About one billion birds are killed every year when they unwittingly fly into human-made objects such as buildings with reflective windows. Such collisions are the largest unintended human cause of bird deaths worldwide — and they are a serious concern for conservationists.
A new paper published in June in the journal Biological Conservation finds that, as one might suspect, smaller buildings cause fewer bird deaths than do bigger buildings. But the research team of about 60 — including three co-authors with the University of Washington — also found that larger buildings in rural areas pose a greater threat to birds than if those same-sized buildings were located in an urban area.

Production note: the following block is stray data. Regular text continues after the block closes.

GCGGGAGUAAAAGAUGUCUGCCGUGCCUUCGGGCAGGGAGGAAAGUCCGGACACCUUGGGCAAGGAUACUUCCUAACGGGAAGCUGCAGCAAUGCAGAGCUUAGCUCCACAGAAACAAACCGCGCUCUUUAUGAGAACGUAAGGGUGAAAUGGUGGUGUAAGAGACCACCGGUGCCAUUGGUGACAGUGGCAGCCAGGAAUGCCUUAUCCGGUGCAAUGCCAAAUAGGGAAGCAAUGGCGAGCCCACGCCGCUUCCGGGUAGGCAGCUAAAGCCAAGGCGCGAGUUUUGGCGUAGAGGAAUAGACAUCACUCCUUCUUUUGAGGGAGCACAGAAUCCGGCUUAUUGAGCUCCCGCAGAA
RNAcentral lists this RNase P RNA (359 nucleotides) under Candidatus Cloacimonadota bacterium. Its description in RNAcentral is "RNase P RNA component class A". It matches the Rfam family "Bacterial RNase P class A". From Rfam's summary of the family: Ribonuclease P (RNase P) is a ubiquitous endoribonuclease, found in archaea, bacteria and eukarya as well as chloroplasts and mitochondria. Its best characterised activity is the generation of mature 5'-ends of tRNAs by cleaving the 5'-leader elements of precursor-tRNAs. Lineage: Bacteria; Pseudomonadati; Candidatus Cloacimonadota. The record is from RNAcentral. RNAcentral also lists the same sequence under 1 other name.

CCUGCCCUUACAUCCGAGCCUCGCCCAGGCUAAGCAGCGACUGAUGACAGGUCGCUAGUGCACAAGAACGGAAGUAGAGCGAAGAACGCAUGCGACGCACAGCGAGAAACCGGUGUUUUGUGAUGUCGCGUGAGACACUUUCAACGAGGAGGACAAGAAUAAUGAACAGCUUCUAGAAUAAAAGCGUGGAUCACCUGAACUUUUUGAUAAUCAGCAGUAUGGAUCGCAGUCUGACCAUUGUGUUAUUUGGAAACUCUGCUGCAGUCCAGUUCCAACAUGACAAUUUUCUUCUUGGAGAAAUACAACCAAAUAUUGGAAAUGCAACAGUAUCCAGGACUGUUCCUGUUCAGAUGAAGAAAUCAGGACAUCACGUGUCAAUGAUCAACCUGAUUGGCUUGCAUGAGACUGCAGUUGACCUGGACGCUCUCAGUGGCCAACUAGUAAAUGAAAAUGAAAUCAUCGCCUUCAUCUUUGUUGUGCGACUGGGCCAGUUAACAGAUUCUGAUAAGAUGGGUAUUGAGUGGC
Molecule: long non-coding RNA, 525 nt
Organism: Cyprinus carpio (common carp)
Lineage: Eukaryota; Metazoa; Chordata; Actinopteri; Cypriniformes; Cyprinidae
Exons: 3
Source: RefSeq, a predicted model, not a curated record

Lead author of the paper is Stephen B. Hager, professor of biology at Augustana College in Rock Island, Illinois. Co-author Karen Dyson, an urban design and planning doctoral candidate in the UW College of Built Environments helped collect bird-collision data and assisted in editing the paper, along with UW alumni Anqi Chen and Carolyn Foster.